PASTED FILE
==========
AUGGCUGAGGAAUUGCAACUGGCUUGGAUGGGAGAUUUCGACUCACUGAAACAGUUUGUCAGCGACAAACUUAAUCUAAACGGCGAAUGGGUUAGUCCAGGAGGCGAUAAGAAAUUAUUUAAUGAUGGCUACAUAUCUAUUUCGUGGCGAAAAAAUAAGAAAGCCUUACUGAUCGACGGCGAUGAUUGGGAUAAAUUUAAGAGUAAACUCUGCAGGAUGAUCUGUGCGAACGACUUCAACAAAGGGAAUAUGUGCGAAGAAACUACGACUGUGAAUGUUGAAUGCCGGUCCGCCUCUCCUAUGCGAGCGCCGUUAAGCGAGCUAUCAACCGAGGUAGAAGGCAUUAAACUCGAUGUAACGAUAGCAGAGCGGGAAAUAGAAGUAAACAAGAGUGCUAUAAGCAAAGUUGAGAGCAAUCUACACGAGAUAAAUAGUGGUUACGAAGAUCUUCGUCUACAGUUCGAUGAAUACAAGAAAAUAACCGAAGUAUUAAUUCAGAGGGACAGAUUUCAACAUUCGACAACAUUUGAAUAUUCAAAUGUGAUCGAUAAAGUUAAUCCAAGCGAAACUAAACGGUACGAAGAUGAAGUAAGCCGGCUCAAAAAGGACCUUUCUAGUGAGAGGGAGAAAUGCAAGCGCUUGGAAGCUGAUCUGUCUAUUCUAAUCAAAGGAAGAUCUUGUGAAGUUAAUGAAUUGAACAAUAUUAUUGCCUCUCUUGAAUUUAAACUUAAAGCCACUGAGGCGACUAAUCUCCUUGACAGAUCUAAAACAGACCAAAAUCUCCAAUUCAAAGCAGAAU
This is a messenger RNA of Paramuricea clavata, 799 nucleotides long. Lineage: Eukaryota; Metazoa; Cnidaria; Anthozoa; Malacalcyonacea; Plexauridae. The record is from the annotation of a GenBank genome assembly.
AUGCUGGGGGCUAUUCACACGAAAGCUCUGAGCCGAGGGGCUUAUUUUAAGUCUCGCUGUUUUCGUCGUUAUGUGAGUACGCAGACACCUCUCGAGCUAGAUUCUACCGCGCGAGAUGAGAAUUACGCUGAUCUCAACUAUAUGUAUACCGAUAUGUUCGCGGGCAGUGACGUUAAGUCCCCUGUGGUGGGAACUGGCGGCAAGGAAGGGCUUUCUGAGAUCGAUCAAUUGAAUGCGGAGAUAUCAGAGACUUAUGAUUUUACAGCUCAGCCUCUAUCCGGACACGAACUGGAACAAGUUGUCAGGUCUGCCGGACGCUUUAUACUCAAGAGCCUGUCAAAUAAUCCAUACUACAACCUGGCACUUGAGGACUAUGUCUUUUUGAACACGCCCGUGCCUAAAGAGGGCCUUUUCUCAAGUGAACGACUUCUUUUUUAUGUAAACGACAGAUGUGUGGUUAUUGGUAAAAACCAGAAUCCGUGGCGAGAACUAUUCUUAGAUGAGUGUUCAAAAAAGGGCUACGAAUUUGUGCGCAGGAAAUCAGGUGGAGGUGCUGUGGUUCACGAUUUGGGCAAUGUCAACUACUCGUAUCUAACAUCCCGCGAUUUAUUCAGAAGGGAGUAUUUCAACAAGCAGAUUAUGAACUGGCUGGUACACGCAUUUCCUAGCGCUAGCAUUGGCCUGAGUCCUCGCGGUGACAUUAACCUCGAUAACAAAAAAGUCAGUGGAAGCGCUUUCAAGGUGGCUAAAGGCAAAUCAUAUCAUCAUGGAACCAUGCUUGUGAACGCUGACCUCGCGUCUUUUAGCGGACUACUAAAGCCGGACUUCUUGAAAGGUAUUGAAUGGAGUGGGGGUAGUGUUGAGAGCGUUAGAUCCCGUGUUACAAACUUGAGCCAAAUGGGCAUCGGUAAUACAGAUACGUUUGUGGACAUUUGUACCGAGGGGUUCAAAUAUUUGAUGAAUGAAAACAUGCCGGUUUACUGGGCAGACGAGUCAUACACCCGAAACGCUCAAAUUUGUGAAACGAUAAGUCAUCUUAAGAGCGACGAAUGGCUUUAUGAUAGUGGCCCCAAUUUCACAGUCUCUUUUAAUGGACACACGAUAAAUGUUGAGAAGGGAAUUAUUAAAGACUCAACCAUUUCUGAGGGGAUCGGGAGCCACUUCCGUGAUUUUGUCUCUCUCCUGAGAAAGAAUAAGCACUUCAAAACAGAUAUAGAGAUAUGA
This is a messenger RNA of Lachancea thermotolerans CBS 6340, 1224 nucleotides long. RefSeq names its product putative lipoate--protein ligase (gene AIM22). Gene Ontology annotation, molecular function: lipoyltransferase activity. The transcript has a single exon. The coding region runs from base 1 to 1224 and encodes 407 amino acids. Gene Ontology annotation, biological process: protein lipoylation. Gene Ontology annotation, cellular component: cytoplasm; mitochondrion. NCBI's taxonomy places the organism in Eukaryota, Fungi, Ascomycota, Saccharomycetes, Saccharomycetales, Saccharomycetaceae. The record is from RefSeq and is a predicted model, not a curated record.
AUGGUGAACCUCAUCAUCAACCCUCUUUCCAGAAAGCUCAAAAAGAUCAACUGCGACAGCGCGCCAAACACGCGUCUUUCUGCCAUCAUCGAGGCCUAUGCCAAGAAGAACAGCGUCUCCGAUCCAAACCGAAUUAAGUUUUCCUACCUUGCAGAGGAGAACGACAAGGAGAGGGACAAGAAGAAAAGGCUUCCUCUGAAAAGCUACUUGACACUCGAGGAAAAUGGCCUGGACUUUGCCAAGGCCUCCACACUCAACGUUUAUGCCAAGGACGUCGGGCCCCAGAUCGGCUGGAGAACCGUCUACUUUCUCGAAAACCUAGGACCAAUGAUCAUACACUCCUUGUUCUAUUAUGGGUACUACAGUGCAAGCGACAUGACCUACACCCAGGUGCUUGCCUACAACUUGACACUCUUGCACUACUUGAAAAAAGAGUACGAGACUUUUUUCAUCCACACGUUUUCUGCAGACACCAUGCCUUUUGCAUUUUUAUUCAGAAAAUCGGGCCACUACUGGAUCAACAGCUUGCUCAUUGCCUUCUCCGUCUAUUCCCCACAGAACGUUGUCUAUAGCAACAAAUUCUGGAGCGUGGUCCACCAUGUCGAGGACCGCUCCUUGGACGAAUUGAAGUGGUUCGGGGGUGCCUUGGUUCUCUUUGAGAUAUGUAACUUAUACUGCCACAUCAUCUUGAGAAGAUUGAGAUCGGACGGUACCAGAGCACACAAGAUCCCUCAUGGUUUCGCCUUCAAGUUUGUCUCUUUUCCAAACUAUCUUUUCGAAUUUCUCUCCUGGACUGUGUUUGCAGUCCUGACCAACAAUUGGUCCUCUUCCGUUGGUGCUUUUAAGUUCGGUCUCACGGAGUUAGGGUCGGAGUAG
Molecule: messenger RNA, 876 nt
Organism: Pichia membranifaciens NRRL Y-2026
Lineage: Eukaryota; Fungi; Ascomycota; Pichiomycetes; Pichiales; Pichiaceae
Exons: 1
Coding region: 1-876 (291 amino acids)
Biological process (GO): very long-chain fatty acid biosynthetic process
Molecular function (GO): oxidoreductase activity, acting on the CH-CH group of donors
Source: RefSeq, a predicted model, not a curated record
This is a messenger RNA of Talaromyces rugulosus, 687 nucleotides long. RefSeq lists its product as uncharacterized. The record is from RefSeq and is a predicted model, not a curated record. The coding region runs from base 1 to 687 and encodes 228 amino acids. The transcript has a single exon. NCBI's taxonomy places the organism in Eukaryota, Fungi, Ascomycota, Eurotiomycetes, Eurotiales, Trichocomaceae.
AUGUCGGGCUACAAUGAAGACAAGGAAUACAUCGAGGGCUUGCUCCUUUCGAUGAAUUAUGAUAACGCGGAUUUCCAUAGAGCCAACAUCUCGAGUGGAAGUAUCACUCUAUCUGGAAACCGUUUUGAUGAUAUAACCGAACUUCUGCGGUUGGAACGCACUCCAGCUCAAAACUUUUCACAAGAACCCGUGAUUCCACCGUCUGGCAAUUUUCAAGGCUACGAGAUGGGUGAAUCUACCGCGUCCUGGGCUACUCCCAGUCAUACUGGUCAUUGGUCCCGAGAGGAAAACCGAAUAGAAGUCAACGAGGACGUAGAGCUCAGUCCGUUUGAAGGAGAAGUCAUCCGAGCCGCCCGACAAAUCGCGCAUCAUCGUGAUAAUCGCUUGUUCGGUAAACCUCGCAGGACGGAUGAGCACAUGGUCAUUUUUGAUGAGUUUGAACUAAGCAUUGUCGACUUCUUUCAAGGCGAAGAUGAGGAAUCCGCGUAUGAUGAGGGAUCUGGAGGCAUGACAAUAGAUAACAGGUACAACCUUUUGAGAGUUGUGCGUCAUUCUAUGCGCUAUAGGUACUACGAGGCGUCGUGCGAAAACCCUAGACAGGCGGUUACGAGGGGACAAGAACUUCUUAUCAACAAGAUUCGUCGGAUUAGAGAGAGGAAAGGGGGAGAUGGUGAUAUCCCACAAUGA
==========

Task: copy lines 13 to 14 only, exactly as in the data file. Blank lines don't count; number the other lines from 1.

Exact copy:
Source: RefSeq, a predicted model, not a curated record
This is a messenger RNA of Talaromyces rugulosus, 687 nucleotides long. RefSeq lists its product as uncharacterized. The record is from RefSeq and is a predicted model, not a curated record. The coding region runs from base 1 to 687 and encodes 228 amino acids. The transcript has a single exon. NCBI's taxonomy places the organism in Eukaryota, Fungi, Ascomycota, Eurotiomycetes, Eurotiales, Trichocomaceae.